Anna and the Apocalypse | Review


Released almost exactly a year to the day, and now snuggly nestled on Sky Cinema, Anna and the Apocalypse boasts one stellar song. Seriously, it’s a total ear worm. You’ll know the one when you see it. That’s not to dismiss the rest of the pop light soundtrack as entirely lacking – there are zinging lyrics throughout – but rather to highlight quite how successful this bandstand centrepiece really is. Around it, the film is likeable, well cast and impressively produced. The jokes land and story holds up. If every element were as superlatively strong as said song, Anna would be an instant classic. It’s hard not to see it finding long term cult success nonetheless.

Based on Zombie Musical, Ryan McHenry’s BAFTA-nominated short of 2010, the film leans heavily on territory previously nailed by Edgar Wright’s Shaun of the Dead. Here too, relationship dramas evolve smartly within the wider context of a zombie apocalypse. If the highlight sequence of Shaun was Wright’s exquisitely choreographed Queen-scored massacre, Anna and the Apocalypse sees director John McPhail expand the beat across every one of his ninety-eight minutes. McHenry shares writing credits here with Alan McDonald, having tragically passed away from osteosarcoma in 2015, whilst the tunes come penned by Roddy Hart and Tommy Reilly. A Scottish locale is somewhat undermined by a largely English cast but the Christmastime setting works aesthetic and tonal wonders. Bad Santa has nothing on Zombie Santa.

Ella Hunt leads the film as Anna Shepherd, a small town bright spark with wanderlust dreams. On the one side, Anna’s confidant John (Malcolm Cumming) cherishes a secret crush on his bestie; on the other, ex-fling Nick (Ben Wiggins) grips her with bad boy appeal. There’s loved up couple Chris and Lisa (Christopher Leveaux and Marli Siu) in class too, not to mention headstrong wannabe journalist Steph (Canada’s Sarah Swire). Each has troubles – Anna plots to sack off uni for a year of travelling, much to the chagrin of her widowed father Tony (Mark Benton) – and each proves startlingly oblivious to the explosion of a zombie epidemic across the world as it beckons. And yet, it’s hard to remain in the dark for all that long when you’re attacked by a blood soaked undead snowman in the local park. Chaos, naturally, ensues. Gloriously.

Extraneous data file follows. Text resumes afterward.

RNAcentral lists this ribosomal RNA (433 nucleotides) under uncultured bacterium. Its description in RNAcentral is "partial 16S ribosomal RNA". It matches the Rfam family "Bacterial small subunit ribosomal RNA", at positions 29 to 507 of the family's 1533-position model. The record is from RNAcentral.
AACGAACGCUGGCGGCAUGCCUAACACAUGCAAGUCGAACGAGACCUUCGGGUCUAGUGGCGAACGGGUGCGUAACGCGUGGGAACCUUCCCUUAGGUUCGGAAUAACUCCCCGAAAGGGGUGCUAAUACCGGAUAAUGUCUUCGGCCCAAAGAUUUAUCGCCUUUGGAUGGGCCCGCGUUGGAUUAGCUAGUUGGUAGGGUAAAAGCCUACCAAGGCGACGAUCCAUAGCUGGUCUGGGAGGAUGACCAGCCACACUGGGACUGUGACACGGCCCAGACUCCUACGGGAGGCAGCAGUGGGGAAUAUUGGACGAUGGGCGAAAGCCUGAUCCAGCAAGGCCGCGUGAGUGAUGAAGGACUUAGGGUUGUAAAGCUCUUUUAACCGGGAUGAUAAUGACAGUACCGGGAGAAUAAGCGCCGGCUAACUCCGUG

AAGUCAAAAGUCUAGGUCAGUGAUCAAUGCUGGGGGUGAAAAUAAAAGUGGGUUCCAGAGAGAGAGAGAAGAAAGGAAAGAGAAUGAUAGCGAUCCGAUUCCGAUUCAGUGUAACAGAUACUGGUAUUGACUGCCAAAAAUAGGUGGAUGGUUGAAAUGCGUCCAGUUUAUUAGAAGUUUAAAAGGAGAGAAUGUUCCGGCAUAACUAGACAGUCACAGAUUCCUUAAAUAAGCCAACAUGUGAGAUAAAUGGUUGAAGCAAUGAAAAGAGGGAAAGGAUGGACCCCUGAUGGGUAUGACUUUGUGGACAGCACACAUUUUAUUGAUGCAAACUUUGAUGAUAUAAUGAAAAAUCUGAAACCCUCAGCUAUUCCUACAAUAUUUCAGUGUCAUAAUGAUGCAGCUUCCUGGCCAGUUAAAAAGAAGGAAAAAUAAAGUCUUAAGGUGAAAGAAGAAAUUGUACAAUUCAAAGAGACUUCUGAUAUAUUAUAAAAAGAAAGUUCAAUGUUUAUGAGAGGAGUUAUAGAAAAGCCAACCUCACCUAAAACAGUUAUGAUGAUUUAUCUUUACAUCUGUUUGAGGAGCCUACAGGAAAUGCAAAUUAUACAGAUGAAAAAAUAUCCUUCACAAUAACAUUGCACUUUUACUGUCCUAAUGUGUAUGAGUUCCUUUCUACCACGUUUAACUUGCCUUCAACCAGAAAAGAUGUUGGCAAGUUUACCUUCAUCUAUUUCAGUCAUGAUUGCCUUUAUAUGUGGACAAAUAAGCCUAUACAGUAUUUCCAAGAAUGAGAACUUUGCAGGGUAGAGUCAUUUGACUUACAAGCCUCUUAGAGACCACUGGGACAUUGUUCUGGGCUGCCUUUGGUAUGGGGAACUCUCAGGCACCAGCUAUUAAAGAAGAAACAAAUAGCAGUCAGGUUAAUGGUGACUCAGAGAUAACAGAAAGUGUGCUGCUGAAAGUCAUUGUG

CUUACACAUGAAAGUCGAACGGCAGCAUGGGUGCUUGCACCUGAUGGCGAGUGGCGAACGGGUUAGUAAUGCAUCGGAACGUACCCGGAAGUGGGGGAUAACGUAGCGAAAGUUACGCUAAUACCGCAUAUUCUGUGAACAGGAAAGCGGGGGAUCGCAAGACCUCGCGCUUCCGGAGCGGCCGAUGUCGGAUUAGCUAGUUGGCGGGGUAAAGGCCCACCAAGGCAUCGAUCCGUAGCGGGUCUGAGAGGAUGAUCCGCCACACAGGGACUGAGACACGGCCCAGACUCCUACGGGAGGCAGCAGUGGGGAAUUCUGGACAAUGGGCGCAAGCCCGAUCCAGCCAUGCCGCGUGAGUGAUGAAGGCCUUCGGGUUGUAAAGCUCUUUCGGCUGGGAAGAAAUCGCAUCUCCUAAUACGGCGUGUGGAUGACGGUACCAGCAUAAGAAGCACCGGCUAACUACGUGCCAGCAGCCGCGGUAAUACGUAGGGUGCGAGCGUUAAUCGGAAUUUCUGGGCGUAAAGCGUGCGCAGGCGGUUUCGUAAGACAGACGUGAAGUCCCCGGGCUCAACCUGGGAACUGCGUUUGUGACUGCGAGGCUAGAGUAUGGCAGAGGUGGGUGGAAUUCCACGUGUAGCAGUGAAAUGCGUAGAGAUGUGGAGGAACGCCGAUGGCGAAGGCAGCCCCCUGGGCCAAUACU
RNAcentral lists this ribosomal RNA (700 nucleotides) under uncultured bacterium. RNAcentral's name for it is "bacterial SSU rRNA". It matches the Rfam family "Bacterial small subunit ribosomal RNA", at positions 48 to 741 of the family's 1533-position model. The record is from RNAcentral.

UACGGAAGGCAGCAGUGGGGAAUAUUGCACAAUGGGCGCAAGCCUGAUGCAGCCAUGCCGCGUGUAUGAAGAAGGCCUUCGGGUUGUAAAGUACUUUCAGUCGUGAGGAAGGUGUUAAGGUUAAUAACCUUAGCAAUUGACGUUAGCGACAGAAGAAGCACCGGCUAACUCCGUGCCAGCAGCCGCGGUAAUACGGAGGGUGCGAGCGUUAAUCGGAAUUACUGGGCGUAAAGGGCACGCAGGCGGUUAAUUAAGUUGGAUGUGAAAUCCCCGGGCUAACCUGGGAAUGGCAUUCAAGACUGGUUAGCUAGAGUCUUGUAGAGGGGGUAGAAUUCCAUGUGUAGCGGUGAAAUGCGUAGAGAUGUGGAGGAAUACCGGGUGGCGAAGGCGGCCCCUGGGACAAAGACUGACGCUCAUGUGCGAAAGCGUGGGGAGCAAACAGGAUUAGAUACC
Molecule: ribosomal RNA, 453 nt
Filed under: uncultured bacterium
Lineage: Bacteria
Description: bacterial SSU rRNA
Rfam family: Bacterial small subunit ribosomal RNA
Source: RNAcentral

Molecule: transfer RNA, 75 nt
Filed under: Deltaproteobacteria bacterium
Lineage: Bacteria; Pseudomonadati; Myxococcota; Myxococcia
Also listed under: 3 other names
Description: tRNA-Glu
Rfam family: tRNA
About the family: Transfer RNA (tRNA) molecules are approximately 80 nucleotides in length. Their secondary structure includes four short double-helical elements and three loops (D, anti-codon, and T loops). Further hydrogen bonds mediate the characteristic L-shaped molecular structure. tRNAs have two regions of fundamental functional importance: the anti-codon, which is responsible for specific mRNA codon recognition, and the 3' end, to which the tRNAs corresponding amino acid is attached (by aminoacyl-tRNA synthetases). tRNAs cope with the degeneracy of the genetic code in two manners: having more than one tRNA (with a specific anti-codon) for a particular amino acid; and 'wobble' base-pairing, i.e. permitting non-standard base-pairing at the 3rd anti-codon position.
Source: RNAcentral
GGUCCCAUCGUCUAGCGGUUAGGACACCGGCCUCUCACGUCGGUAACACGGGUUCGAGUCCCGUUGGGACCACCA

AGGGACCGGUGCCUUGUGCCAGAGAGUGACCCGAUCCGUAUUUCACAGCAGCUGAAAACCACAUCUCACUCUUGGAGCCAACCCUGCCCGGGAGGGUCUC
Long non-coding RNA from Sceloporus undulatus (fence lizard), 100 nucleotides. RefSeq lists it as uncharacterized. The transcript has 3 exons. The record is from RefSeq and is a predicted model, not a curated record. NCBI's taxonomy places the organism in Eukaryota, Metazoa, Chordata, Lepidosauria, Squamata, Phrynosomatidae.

Much like Shaun before it, Anna takes great pleasure in mining jet black humour for all its worth. Aside from a sequence of hilariously gruelling deaths – peaking with the head of one zombie rolling down a bowling alley conveyor belt – inspiration strikes as one character dies on stage, singing before a crowd of arm waving festival zombies, while another lies mutilated in a garishly glittering Christmas jumper. Indeed, last year’s Better Watch Out feels like a tonal sibling. All is executed with surprising panache for a film surely working on the most minute of budgets. Rarely is financial lacking evident in the film, with terrific hair and make up meeting superb dance numbers to paper over the – very occasional – clunky twinges.

Not inconsiderable credit must, of course, lie in the hands of a sterling ensemble. Beyond the young leads, Paul Kaye is outstanding as dyspeptic deputy head Mr. Savage, taking venomous pleasure from the collapse of a world that has trodden heavily on his ambition at every turn: ‘a purge on this species is long overdue’. There’s little doubt from the start that the ever endearing Hunt will survive her own tale but it’s a testament to the strength of her co-stars that those who are picked off fall with emotional heft. No spoilers here. They’re also a very funny unit. For every pang, there’s a wicked gag to keep things upbeat, whilst comparison to the twee likes of High School Musical are swiftly debunked. Take Siu’s early Christmas number. It’s filth!




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